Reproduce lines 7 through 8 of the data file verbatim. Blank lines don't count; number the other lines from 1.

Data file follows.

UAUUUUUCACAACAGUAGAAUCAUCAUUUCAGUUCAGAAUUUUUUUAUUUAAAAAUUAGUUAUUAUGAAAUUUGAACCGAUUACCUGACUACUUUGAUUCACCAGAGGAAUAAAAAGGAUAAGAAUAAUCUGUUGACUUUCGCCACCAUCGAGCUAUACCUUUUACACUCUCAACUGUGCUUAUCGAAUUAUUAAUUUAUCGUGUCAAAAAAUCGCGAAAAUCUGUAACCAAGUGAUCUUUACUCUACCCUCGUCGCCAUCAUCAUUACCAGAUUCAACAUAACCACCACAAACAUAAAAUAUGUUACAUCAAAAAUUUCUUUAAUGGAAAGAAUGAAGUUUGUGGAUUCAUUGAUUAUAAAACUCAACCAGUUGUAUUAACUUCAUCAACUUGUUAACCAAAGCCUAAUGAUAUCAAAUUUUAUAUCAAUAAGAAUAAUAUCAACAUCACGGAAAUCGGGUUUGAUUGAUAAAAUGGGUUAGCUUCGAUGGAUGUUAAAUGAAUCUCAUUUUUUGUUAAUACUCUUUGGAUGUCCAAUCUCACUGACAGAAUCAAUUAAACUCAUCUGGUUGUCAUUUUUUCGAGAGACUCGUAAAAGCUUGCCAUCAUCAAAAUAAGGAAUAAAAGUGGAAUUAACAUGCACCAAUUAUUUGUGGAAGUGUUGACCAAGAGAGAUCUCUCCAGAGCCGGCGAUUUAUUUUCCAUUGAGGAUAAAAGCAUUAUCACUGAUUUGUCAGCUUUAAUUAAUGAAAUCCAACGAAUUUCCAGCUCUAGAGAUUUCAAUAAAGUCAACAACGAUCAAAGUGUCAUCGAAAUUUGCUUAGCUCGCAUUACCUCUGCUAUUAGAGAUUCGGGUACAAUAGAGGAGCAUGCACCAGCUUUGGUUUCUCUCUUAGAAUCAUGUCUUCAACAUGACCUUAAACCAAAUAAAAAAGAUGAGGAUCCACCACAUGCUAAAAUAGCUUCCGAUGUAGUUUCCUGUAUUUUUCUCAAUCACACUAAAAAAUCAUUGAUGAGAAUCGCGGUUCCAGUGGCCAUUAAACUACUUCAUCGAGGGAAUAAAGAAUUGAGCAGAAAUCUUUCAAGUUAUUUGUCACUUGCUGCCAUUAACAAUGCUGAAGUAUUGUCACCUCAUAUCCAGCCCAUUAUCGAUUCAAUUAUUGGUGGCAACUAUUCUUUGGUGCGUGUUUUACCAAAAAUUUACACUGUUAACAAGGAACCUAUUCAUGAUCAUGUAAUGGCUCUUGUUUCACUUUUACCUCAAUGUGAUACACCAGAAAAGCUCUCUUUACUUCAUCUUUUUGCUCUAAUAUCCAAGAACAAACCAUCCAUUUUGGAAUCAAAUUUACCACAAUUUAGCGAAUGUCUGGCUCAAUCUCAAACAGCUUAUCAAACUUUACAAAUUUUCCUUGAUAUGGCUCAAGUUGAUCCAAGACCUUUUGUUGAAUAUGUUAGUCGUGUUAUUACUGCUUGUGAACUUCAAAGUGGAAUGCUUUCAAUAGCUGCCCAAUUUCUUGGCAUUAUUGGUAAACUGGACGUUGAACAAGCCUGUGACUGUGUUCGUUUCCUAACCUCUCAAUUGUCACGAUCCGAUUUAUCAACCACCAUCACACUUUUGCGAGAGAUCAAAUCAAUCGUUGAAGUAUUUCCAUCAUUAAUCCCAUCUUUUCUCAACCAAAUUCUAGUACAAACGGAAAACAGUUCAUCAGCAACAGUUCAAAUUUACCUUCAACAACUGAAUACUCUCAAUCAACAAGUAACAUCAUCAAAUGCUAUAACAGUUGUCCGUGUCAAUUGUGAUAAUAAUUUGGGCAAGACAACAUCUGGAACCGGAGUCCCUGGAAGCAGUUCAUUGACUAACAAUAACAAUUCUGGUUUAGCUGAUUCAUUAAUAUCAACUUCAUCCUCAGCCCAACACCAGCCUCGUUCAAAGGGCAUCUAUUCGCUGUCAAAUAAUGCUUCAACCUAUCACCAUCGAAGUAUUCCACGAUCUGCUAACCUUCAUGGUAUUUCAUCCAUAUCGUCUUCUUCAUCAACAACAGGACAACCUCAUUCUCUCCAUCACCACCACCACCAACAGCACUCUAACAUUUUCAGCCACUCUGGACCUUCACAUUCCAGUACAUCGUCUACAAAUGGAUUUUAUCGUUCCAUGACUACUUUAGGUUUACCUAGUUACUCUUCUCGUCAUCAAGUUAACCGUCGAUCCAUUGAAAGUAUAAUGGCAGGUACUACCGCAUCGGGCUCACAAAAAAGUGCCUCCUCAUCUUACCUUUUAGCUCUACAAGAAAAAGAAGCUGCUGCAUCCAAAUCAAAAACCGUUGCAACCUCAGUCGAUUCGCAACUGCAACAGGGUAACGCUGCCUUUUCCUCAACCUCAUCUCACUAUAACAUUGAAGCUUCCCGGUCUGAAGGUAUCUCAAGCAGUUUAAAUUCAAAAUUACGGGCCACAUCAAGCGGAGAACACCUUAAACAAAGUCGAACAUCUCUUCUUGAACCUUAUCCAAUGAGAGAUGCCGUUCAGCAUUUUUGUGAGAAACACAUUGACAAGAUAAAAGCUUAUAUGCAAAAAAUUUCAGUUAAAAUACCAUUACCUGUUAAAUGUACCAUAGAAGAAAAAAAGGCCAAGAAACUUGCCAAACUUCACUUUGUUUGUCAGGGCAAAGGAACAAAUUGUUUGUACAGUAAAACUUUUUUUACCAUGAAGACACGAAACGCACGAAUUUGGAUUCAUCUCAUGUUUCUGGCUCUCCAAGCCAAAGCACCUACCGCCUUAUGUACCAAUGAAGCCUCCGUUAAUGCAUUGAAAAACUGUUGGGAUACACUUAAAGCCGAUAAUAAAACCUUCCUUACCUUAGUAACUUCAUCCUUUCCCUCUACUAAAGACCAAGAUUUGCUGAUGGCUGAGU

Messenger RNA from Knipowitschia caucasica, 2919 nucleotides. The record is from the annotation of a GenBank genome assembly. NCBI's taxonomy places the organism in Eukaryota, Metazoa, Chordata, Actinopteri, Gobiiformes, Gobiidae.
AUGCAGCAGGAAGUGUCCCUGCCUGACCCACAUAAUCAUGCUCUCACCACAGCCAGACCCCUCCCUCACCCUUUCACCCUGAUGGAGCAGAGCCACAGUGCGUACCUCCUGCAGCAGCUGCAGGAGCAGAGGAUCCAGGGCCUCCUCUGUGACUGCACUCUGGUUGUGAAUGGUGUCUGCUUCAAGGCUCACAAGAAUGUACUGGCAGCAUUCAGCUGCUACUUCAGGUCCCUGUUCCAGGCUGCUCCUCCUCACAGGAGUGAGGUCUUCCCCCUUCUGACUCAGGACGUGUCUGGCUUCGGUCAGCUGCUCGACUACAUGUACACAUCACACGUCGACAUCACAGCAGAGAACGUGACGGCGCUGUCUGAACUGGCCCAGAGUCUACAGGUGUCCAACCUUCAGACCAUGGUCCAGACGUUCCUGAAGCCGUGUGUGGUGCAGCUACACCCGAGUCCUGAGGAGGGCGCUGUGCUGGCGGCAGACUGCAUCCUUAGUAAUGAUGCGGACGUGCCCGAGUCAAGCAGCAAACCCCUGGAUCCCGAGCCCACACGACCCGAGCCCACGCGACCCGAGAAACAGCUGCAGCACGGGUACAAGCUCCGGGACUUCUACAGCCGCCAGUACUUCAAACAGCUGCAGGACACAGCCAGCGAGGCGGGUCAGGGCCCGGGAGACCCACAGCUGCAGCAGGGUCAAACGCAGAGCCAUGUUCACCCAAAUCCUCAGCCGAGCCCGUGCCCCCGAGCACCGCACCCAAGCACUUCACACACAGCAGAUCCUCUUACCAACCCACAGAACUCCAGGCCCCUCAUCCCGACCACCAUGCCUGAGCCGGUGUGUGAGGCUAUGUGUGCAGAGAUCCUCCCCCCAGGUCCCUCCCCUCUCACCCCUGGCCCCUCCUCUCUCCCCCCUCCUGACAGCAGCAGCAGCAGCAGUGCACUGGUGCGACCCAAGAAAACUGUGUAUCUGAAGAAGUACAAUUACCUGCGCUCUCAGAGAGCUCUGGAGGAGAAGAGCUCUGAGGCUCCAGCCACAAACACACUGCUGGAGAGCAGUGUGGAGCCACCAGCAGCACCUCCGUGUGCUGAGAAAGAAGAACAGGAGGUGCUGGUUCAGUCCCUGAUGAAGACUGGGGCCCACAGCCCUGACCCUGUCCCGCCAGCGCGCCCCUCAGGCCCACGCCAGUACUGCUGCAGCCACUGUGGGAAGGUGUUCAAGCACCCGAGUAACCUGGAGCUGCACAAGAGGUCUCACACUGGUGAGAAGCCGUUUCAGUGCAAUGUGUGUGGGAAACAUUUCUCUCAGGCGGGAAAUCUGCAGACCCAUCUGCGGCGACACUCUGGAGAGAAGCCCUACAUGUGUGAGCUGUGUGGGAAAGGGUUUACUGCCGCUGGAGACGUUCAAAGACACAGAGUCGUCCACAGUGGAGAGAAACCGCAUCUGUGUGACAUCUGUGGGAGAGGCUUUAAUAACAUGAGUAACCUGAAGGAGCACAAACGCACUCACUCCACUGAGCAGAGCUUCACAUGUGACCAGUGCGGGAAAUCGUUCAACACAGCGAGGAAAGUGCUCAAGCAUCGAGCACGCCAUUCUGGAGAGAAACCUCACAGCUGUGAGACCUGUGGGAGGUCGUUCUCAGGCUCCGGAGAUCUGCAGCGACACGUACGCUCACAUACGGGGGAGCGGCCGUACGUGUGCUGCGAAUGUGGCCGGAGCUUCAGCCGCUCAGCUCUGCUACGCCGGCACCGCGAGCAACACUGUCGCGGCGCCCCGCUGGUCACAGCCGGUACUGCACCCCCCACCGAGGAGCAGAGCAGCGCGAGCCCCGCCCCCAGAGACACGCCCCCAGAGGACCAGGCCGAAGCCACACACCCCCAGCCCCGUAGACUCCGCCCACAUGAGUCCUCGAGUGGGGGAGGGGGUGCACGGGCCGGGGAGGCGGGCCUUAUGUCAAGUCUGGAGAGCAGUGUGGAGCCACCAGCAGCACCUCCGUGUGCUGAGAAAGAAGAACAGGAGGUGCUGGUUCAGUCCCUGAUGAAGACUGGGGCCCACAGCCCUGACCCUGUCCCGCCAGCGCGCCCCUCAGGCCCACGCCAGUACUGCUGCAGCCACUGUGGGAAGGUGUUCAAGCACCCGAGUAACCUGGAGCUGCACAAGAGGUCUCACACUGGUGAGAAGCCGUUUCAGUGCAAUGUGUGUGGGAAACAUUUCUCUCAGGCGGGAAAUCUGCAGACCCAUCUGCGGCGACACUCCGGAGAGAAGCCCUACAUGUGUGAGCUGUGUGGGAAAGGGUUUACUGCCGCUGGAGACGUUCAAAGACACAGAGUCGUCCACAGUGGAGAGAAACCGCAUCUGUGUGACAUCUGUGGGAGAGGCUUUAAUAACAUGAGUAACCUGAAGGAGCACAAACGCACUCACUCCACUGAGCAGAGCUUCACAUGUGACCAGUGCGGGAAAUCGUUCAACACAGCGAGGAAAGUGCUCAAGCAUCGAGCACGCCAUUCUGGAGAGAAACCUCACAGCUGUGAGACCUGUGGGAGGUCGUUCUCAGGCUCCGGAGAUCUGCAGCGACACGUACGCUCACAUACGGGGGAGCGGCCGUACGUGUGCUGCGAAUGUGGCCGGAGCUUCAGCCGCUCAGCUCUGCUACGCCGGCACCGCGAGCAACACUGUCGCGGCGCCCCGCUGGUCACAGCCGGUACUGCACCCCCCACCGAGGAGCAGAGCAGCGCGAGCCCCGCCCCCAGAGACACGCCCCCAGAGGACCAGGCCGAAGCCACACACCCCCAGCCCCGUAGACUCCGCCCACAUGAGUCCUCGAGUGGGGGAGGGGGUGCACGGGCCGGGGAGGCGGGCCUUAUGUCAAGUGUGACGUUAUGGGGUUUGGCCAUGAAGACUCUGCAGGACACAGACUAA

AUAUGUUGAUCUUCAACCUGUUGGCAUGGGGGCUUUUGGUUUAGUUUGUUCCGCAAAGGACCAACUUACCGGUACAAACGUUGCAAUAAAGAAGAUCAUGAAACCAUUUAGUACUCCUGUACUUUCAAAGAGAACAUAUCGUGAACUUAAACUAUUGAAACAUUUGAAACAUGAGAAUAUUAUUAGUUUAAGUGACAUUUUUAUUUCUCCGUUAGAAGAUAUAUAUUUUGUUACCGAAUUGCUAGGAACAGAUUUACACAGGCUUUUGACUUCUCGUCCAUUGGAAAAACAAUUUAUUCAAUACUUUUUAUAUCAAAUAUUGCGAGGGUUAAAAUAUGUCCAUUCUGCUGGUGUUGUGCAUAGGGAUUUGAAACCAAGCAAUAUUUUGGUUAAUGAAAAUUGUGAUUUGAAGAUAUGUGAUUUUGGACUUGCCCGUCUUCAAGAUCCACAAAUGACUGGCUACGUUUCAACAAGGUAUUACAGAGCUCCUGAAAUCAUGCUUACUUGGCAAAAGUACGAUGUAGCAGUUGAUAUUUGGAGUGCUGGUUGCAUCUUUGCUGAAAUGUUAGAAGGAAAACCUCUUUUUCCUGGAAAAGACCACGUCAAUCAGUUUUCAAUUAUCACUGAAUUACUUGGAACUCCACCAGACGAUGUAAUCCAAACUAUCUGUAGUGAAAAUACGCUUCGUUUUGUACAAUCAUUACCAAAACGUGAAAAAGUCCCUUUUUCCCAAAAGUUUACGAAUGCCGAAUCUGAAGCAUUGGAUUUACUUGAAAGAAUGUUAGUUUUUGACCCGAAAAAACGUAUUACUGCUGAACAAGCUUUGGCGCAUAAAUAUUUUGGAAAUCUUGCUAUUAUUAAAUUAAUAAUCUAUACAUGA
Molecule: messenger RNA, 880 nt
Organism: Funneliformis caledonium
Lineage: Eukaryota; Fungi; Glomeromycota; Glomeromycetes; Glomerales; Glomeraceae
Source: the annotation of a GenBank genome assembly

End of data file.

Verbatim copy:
Lineage: Eukaryota; Fungi; Glomeromycota; Glomeromycetes; Glomerales; Glomeraceae
Source: the annotation of a GenBank genome assembly